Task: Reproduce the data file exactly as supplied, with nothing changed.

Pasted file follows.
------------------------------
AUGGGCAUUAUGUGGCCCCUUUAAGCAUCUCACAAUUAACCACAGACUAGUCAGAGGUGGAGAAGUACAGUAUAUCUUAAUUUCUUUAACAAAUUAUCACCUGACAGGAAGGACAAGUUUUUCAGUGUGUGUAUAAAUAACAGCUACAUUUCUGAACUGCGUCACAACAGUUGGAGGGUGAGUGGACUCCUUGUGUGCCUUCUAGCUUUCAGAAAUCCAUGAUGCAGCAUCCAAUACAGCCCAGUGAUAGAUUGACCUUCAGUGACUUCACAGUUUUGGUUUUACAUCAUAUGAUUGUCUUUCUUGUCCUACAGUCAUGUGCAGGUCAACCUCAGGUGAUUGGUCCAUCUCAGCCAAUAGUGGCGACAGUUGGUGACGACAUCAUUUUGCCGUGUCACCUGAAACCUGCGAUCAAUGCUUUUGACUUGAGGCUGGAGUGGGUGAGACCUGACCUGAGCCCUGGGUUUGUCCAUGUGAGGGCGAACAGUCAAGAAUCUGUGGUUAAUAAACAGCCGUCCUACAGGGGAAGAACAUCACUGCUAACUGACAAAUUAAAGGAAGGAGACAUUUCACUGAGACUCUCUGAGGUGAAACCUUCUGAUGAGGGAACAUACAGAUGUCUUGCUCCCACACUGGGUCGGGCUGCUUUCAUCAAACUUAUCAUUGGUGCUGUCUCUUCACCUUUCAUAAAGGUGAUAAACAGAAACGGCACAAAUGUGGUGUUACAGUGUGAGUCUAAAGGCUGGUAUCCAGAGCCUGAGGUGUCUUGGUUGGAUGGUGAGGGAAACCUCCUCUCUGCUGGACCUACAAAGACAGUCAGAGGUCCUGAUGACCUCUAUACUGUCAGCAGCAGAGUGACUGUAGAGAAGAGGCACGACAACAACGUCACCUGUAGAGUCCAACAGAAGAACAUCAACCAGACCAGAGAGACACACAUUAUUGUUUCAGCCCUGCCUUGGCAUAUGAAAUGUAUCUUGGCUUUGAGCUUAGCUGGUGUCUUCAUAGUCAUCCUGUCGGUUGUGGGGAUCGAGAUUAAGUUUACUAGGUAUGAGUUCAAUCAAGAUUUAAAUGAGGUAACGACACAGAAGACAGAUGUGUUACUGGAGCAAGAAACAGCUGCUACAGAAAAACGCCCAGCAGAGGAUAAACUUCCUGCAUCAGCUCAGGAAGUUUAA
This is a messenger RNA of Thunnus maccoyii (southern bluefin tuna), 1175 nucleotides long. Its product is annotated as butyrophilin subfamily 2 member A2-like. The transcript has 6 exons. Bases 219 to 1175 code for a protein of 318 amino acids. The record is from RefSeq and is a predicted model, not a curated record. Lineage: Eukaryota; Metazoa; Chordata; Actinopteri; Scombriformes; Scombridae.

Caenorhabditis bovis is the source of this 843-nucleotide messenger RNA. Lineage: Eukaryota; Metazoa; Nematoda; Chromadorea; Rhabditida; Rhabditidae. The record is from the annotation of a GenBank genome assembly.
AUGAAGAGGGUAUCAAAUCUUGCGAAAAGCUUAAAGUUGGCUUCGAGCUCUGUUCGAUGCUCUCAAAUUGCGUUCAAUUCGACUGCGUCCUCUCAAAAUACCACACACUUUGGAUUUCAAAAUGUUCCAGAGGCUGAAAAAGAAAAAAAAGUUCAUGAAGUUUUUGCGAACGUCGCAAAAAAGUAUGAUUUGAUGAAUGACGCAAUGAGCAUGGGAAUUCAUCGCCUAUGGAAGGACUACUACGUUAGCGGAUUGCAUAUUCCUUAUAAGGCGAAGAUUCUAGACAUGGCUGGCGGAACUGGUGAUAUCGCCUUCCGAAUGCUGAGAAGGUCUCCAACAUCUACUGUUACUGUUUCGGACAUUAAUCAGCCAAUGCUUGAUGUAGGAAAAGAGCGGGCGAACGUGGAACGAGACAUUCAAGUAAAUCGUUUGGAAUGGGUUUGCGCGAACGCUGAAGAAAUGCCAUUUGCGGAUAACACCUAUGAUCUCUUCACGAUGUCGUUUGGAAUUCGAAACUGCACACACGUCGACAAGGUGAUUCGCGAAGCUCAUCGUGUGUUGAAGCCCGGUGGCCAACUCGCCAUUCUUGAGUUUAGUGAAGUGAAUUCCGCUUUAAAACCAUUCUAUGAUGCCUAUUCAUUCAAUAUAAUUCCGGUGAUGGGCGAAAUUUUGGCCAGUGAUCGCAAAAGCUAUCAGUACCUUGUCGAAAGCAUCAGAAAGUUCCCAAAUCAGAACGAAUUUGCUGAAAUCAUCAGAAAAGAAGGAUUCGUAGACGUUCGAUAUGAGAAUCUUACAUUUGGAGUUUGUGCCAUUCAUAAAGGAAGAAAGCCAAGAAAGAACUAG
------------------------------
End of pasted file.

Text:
AUGGGCAUUAUGUGGCCCCUUUAAGCAUCUCACAAUUAACCACAGACUAGUCAGAGGUGGAGAAGUACAGUAUAUCUUAAUUUCUUUAACAAAUUAUCACCUGACAGGAAGGACAAGUUUUUCAGUGUGUGUAUAAAUAACAGCUACAUUUCUGAACUGCGUCACAACAGUUGGAGGGUGAGUGGACUCCUUGUGUGCCUUCUAGCUUUCAGAAAUCCAUGAUGCAGCAUCCAAUACAGCCCAGUGAUAGAUUGACCUUCAGUGACUUCACAGUUUUGGUUUUACAUCAUAUGAUUGUCUUUCUUGUCCUACAGUCAUGUGCAGGUCAACCUCAGGUGAUUGGUCCAUCUCAGCCAAUAGUGGCGACAGUUGGUGACGACAUCAUUUUGCCGUGUCACCUGAAACCUGCGAUCAAUGCUUUUGACUUGAGGCUGGAGUGGGUGAGACCUGACCUGAGCCCUGGGUUUGUCCAUGUGAGGGCGAACAGUCAAGAAUCUGUGGUUAAUAAACAGCCGUCCUACAGGGGAAGAACAUCACUGCUAACUGACAAAUUAAAGGAAGGAGACAUUUCACUGAGACUCUCUGAGGUGAAACCUUCUGAUGAGGGAACAUACAGAUGUCUUGCUCCCACACUGGGUCGGGCUGCUUUCAUCAAACUUAUCAUUGGUGCUGUCUCUUCACCUUUCAUAAAGGUGAUAAACAGAAACGGCACAAAUGUGGUGUUACAGUGUGAGUCUAAAGGCUGGUAUCCAGAGCCUGAGGUGUCUUGGUUGGAUGGUGAGGGAAACCUCCUCUCUGCUGGACCUACAAAGACAGUCAGAGGUCCUGAUGACCUCUAUACUGUCAGCAGCAGAGUGACUGUAGAGAAGAGGCACGACAACAACGUCACCUGUAGAGUCCAACAGAAGAACAUCAACCAGACCAGAGAGACACACAUUAUUGUUUCAGCCCUGCCUUGGCAUAUGAAAUGUAUCUUGGCUUUGAGCUUAGCUGGUGUCUUCAUAGUCAUCCUGUCGGUUGUGGGGAUCGAGAUUAAGUUUACUAGGUAUGAGUUCAAUCAAGAUUUAAAUGAGGUAACGACACAGAAGACAGAUGUGUUACUGGAGCAAGAAACAGCUGCUACAGAAAAACGCCCAGCAGAGGAUAAACUUCCUGCAUCAGCUCAGGAAGUUUAA
This is a messenger RNA of Thunnus maccoyii (southern bluefin tuna), 1175 nucleotides long. Its product is annotated as butyrophilin subfamily 2 member A2-like. The transcript has 6 exons. Bases 219 to 1175 code for a protein of 318 amino acids. The record is from RefSeq and is a predicted model, not a curated record. Lineage: Eukaryota; Metazoa; Chordata; Actinopteri; Scombriformes; Scombridae.

Caenorhabditis bovis is the source of this 843-nucleotide messenger RNA. Lineage: Eukaryota; Metazoa; Nematoda; Chromadorea; Rhabditida; Rhabditidae. The record is from the annotation of a GenBank genome assembly.
AUGAAGAGGGUAUCAAAUCUUGCGAAAAGCUUAAAGUUGGCUUCGAGCUCUGUUCGAUGCUCUCAAAUUGCGUUCAAUUCGACUGCGUCCUCUCAAAAUACCACACACUUUGGAUUUCAAAAUGUUCCAGAGGCUGAAAAAGAAAAAAAAGUUCAUGAAGUUUUUGCGAACGUCGCAAAAAAGUAUGAUUUGAUGAAUGACGCAAUGAGCAUGGGAAUUCAUCGCCUAUGGAAGGACUACUACGUUAGCGGAUUGCAUAUUCCUUAUAAGGCGAAGAUUCUAGACAUGGCUGGCGGAACUGGUGAUAUCGCCUUCCGAAUGCUGAGAAGGUCUCCAACAUCUACUGUUACUGUUUCGGACAUUAAUCAGCCAAUGCUUGAUGUAGGAAAAGAGCGGGCGAACGUGGAACGAGACAUUCAAGUAAAUCGUUUGGAAUGGGUUUGCGCGAACGCUGAAGAAAUGCCAUUUGCGGAUAACACCUAUGAUCUCUUCACGAUGUCGUUUGGAAUUCGAAACUGCACACACGUCGACAAGGUGAUUCGCGAAGCUCAUCGUGUGUUGAAGCCCGGUGGCCAACUCGCCAUUCUUGAGUUUAGUGAAGUGAAUUCCGCUUUAAAACCAUUCUAUGAUGCCUAUUCAUUCAAUAUAAUUCCGGUGAUGGGCGAAAUUUUGGCCAGUGAUCGCAAAAGCUAUCAGUACCUUGUCGAAAGCAUCAGAAAGUUCCCAAAUCAGAACGAAUUUGCUGAAAUCAUCAGAAAAGAAGGAUUCGUAGACGUUCGAUAUGAGAAUCUUACAUUUGGAGUUUGUGCCAUUCAUAAAGGAAGAAAGCCAAGAAAGAACUAG